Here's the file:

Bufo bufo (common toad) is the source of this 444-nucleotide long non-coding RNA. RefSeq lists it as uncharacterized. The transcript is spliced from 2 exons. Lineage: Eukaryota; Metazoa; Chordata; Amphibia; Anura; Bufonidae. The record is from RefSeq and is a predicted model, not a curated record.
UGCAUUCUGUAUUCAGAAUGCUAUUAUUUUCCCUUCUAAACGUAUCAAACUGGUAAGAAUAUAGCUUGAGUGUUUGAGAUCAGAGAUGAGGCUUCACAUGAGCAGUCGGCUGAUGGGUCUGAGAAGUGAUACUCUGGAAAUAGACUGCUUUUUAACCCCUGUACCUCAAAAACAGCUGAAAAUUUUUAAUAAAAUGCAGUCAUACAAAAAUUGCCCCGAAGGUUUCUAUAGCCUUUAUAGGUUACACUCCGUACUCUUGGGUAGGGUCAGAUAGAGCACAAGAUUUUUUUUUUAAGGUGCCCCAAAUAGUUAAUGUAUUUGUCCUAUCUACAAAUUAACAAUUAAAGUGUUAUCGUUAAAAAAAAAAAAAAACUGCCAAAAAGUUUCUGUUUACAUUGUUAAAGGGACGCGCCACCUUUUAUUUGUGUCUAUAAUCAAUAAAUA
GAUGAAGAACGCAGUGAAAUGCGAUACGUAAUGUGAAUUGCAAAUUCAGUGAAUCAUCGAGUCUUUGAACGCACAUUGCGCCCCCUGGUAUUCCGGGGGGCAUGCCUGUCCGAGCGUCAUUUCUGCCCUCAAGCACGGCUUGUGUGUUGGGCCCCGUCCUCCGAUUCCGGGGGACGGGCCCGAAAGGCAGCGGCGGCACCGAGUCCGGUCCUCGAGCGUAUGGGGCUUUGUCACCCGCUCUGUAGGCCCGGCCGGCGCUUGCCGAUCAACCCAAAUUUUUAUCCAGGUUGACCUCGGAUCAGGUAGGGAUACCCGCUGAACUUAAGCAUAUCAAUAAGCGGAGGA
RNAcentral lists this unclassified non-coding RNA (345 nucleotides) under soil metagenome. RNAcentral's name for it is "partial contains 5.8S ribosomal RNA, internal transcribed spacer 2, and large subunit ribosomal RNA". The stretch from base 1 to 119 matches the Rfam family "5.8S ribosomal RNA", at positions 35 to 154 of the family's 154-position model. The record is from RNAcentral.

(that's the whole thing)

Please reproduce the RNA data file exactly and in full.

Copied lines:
Bufo bufo (common toad) is the source of this 444-nucleotide long non-coding RNA. RefSeq lists it as uncharacterized. The transcript is spliced from 2 exons. Lineage: Eukaryota; Metazoa; Chordata; Amphibia; Anura; Bufonidae. The record is from RefSeq and is a predicted model, not a curated record.
UGCAUUCUGUAUUCAGAAUGCUAUUAUUUUCCCUUCUAAACGUAUCAAACUGGUAAGAAUAUAGCUUGAGUGUUUGAGAUCAGAGAUGAGGCUUCACAUGAGCAGUCGGCUGAUGGGUCUGAGAAGUGAUACUCUGGAAAUAGACUGCUUUUUAACCCCUGUACCUCAAAAACAGCUGAAAAUUUUUAAUAAAAUGCAGUCAUACAAAAAUUGCCCCGAAGGUUUCUAUAGCCUUUAUAGGUUACACUCCGUACUCUUGGGUAGGGUCAGAUAGAGCACAAGAUUUUUUUUUUAAGGUGCCCCAAAUAGUUAAUGUAUUUGUCCUAUCUACAAAUUAACAAUUAAAGUGUUAUCGUUAAAAAAAAAAAAAAACUGCCAAAAAGUUUCUGUUUACAUUGUUAAAGGGACGCGCCACCUUUUAUUUGUGUCUAUAAUCAAUAAAUA
GAUGAAGAACGCAGUGAAAUGCGAUACGUAAUGUGAAUUGCAAAUUCAGUGAAUCAUCGAGUCUUUGAACGCACAUUGCGCCCCCUGGUAUUCCGGGGGGCAUGCCUGUCCGAGCGUCAUUUCUGCCCUCAAGCACGGCUUGUGUGUUGGGCCCCGUCCUCCGAUUCCGGGGGACGGGCCCGAAAGGCAGCGGCGGCACCGAGUCCGGUCCUCGAGCGUAUGGGGCUUUGUCACCCGCUCUGUAGGCCCGGCCGGCGCUUGCCGAUCAACCCAAAUUUUUAUCCAGGUUGACCUCGGAUCAGGUAGGGAUACCCGCUGAACUUAAGCAUAUCAAUAAGCGGAGGA
RNAcentral lists this unclassified non-coding RNA (345 nucleotides) under soil metagenome. RNAcentral's name for it is "partial contains 5.8S ribosomal RNA, internal transcribed spacer 2, and large subunit ribosomal RNA". The stretch from base 1 to 119 matches the Rfam family "5.8S ribosomal RNA", at positions 35 to 154 of the family's 154-position model. The record is from RNAcentral.